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The Finnish pavilion at the Venice Biennale, designed by Alvar Aalto, was completed in 1956. During a storm in October 2011, a tree fell on the little blue pavilion on the Biennale grounds, damaging the roof and distorting the whole structure.

The owner of the building, Senate Properties Ltd (Finland) decided quickly that it could and should be repaired. Local architect Gianni Talamini was appointed as chief designer and director of works. Even though small in size, the problematics involved in reinstalling the structure were extremely demanding. Talamini’s role in the success of the project was crucial: he skilfully prepared for the restoration and most importantly, was continuously present at the site, working tirelessly and enthusiastically.

Thanks to the attention paid to the tiniest details and the co-operation of all participants, the restoration of the Aalto pavilion serves as an exemplary restoration.

Gianni Talamini in 2012 at the Finnish Pavilion in Venice Biennale (Alvar Aalto 1956).

This has probably been the most extensive and careful restoration of the pavilion that has ever been done: first of all in terms of historical research, secondly due to the fact that the structure was almost completely dissembled and re-assembled, and thirdly because the building has been cleaned  of the numerous layers of alien materials that had been added to it during the course of its life. Doing that, as in an archaeological survey, made it possible to read many chapters of the pavilion history that have never been written on paper. These day-by-day discoveries have been a very exciting reward for the great effort of getting the restoration done properly and on time.

In nine months, just in time for the 13th Architecture Exhibition, the pavilion was finally unveiled again.

–           Gianni Talamini, Architect

Read the whole article by restoration architect Talamini.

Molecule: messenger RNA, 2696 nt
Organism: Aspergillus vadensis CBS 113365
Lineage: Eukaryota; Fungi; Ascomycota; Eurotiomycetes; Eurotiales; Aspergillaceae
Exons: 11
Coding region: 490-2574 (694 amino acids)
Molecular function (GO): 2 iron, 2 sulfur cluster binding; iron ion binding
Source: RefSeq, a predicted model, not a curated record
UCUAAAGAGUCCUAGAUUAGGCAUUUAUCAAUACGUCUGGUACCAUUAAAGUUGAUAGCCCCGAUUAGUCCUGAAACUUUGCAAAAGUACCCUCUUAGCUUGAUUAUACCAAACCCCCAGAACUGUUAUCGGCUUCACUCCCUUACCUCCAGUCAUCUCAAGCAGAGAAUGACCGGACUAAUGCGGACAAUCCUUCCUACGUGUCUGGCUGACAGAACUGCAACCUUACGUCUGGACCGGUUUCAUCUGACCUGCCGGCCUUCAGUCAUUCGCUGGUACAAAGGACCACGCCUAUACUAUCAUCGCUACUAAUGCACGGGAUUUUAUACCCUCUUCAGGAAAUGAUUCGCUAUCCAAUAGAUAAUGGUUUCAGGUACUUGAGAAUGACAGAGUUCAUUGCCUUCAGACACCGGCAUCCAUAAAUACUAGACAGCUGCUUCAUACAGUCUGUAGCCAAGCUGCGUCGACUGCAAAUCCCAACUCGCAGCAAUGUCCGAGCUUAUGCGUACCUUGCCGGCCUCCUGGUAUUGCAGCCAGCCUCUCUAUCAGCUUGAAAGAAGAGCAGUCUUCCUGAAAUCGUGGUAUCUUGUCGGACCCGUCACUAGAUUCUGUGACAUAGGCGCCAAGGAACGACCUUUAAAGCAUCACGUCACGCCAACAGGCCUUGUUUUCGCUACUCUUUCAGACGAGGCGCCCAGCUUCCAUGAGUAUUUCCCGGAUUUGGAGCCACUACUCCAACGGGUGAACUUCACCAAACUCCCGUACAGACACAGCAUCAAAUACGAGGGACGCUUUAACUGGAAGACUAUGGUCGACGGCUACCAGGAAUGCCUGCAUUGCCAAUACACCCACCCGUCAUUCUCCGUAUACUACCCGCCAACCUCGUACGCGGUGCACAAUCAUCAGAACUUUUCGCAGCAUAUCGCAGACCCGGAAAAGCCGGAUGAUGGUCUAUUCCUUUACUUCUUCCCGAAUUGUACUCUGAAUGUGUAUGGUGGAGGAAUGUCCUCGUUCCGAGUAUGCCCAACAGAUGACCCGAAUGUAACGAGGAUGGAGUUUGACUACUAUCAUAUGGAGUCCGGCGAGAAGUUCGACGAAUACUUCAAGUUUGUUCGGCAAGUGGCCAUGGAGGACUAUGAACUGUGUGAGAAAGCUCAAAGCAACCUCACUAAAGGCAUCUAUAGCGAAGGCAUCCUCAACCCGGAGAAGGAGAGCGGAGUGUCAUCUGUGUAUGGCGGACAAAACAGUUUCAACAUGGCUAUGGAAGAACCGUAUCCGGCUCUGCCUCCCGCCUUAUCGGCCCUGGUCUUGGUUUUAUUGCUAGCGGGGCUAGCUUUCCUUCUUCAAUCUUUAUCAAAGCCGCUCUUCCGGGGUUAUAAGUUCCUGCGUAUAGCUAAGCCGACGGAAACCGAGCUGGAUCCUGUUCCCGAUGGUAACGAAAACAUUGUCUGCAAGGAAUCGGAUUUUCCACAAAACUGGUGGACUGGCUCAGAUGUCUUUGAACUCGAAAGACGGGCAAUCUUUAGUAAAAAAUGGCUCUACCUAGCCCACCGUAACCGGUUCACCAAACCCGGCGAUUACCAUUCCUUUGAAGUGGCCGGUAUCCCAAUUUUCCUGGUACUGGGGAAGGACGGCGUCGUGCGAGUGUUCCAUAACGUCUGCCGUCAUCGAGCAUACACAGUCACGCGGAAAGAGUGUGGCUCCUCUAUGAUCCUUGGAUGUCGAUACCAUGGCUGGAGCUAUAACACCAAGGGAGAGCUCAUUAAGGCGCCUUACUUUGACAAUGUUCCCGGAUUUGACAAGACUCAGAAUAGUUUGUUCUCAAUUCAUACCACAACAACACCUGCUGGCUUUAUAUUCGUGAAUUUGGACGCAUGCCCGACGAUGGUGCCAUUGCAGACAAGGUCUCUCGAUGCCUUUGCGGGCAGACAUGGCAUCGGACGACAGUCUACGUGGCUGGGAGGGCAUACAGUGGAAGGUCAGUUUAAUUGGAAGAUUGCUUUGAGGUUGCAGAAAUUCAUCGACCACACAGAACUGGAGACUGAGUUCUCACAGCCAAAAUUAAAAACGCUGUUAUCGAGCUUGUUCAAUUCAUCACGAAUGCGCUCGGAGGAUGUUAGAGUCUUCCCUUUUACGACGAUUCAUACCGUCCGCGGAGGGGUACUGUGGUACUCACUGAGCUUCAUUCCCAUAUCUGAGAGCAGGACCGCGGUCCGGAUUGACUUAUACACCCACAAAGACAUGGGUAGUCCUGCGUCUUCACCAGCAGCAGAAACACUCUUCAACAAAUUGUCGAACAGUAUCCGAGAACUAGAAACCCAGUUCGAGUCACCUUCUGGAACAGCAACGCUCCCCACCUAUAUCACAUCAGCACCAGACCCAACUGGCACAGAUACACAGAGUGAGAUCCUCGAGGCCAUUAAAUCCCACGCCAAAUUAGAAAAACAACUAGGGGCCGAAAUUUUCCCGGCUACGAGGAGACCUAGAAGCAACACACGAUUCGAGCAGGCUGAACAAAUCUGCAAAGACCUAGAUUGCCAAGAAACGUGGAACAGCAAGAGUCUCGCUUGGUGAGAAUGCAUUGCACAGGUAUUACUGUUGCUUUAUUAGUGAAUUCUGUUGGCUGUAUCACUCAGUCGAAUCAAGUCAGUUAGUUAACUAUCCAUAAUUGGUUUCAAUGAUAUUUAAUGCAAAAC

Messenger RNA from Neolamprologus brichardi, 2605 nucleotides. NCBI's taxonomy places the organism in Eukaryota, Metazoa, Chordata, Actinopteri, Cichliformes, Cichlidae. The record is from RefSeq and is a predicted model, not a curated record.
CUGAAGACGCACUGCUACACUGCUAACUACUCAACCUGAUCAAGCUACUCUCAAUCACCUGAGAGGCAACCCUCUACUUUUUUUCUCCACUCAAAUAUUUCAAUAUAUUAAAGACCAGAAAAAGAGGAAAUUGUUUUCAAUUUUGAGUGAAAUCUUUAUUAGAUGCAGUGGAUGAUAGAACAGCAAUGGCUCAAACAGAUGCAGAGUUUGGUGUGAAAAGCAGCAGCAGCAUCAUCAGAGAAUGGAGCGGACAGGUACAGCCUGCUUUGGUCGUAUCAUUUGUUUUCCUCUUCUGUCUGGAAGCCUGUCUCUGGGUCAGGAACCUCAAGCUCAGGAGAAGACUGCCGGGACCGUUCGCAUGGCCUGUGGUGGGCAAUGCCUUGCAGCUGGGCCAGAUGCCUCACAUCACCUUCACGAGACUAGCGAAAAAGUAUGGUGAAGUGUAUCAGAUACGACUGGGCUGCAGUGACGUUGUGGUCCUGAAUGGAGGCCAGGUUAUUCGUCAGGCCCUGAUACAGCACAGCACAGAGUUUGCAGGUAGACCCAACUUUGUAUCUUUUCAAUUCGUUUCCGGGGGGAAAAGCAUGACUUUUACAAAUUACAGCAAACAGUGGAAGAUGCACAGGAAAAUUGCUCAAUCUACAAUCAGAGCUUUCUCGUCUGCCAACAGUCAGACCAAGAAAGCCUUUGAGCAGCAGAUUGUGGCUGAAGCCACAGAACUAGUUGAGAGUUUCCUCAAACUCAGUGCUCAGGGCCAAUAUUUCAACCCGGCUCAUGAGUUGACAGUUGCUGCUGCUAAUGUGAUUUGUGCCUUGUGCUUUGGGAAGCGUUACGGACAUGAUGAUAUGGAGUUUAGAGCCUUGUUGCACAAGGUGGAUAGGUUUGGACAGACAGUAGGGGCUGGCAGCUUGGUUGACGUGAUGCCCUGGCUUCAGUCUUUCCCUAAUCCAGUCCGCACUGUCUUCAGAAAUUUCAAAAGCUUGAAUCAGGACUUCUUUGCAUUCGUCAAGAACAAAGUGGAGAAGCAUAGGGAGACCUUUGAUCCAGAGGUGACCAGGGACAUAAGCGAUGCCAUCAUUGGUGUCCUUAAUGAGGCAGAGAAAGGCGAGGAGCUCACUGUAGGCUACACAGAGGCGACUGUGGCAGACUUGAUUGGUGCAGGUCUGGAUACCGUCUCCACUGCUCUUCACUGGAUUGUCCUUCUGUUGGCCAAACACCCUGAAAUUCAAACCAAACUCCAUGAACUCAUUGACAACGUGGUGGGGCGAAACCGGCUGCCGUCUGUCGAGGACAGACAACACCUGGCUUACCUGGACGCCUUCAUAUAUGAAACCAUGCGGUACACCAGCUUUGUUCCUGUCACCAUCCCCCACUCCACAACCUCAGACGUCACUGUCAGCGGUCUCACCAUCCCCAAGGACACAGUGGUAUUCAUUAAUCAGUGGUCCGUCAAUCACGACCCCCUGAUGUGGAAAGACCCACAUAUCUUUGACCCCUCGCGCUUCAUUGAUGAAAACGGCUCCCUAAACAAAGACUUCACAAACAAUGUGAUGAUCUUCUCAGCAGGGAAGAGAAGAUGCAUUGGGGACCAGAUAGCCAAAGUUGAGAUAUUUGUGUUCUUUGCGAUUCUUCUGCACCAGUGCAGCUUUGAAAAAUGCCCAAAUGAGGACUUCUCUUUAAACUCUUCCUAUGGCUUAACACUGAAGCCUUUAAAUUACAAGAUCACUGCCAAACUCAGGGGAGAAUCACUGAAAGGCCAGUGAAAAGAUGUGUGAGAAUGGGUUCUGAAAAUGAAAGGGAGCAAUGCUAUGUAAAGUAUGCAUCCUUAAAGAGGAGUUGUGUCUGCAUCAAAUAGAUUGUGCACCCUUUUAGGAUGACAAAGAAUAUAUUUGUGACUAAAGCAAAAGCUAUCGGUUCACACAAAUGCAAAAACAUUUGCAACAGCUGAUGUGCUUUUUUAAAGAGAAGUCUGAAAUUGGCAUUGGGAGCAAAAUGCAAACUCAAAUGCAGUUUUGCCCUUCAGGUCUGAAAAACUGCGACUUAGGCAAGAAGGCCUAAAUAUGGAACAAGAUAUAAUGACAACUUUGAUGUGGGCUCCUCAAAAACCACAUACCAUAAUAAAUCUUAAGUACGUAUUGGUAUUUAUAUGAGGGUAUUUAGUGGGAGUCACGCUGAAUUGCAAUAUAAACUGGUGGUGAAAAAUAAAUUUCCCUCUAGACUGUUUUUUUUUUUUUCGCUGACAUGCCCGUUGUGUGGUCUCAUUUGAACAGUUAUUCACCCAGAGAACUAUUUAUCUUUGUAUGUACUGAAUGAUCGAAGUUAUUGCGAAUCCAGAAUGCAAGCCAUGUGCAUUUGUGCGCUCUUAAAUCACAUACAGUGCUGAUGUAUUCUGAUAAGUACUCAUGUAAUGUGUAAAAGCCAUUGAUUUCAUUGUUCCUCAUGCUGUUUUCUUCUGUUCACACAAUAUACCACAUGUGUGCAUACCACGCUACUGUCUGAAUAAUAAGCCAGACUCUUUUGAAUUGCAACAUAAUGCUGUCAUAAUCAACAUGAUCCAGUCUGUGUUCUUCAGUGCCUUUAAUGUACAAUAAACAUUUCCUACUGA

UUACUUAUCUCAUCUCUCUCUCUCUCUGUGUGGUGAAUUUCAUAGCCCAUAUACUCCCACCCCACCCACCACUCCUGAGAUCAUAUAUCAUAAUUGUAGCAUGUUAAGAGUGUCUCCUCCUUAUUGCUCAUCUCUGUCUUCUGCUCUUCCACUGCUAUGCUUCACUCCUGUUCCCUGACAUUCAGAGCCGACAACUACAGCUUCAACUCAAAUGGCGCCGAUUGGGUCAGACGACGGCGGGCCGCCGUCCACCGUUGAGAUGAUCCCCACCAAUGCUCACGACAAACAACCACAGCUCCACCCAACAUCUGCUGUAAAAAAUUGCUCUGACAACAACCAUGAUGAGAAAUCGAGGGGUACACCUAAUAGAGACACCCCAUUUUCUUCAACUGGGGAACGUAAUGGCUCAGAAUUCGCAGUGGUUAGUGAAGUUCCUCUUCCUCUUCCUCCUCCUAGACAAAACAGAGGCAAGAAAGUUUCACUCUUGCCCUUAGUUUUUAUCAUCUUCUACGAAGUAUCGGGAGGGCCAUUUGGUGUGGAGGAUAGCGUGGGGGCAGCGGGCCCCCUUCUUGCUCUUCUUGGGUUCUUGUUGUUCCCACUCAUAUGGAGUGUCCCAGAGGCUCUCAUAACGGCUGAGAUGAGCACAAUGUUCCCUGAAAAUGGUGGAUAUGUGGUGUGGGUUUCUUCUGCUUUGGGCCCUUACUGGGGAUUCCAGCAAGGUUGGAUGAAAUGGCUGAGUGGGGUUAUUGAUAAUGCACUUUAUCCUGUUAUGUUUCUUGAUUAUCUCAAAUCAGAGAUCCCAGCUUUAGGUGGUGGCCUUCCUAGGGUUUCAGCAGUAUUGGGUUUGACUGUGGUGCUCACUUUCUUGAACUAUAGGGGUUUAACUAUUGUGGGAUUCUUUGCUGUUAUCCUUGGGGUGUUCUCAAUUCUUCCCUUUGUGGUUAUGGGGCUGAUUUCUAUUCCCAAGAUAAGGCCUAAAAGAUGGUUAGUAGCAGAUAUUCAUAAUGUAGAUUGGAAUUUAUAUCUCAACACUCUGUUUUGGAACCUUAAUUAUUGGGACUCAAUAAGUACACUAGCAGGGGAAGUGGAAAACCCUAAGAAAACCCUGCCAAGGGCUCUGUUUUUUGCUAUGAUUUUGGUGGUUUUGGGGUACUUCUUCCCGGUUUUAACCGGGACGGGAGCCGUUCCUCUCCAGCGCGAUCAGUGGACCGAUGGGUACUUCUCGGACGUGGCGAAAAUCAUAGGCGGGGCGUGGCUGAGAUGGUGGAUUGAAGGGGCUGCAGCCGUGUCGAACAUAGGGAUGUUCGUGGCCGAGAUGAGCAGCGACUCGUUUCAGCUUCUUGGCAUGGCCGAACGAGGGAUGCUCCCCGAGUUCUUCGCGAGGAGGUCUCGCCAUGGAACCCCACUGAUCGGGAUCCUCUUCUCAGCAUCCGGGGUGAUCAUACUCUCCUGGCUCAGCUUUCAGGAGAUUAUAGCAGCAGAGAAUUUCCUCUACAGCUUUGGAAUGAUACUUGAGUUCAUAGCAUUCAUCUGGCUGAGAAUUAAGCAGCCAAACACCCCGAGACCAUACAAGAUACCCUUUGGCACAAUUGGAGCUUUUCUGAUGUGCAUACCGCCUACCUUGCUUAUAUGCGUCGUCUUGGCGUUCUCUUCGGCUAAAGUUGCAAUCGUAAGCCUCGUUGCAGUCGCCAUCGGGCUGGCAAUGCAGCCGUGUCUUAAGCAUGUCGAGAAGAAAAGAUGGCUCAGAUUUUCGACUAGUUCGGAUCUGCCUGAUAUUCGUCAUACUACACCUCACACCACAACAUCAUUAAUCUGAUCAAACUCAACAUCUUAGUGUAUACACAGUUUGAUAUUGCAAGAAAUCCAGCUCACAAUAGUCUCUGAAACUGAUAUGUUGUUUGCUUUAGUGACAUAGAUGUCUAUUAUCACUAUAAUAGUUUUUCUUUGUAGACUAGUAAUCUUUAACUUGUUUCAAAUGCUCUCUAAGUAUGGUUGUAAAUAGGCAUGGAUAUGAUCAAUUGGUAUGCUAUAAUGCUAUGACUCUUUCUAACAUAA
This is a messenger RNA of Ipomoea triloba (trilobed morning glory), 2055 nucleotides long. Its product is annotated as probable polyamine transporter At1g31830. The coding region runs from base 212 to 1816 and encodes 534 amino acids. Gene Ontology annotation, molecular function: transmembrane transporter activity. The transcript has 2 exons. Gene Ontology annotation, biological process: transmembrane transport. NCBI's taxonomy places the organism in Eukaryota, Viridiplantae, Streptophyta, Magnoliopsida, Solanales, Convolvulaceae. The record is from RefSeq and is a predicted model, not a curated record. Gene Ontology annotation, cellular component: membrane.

In an exceptional way, the Finnish exhibition at the 2012 Biennale spotlights the beautiful wooden surfaces of the pavilion interiors. These were cleaned of thick layers of paint during the restoration process, leaving them visible for now. The story of how the restoration was carried out can be read directly from the roof structures and the walls, as well as from an information board at the site. In future, the roof trusses and surfaces will be painted over and the walls covered with a paintable fabric, as it has always been.

Press photos


Chief Architect Tuula Pöyhiä,, tel. +358 50 378 5385,
Alvar Aalto Museum

Read more about the present exhibition:

Facts about the Venice Pavilion

Built in 1956 as a temporary pavilion for art exhibitions

Design: 1955-56 by architect Alvar Aalto, assisted by architect Elissa Aalto

Size: 83 m²/ 315 m3

Project costs: 0,250 M€

Earlier main renovations: 1976 led by architect Fredrick Fogh and 1993 led by architect Panu Kaila

Present restoration:

Owner and promoter: Senate Properties Ltd, Finland/ M.Sc. Juha Niemelä, with M.Sc. Harri Ilomäki and M.Sc. Anu Kuoppamäki as project management consultants (A-Insinöörit Rakennuttaminen Ltd, Finland)

Restoration expert: Alvar Aalto Foundation, architect Tuula Pöyhiä

Designer and director of works: architect Gianni Talamini, San Fior (TV), Italy

Static calculations: M.Sc. Enrico Bortolato, Salzano (VE), Italy

Building company: Bio-House S.r.l., Montebelluna (TV), Italy

Restoration period (construction works): June 18–August 26, 2012

Main institutions involved:


–        Senate Properties

–        Alvar Aalto Foundation

–        Museum of Finnish Architecture


–        City of Venice

–        Soprintendenza per i Beni Architettonici e Paesaggistici

–        La Biennale di Venezia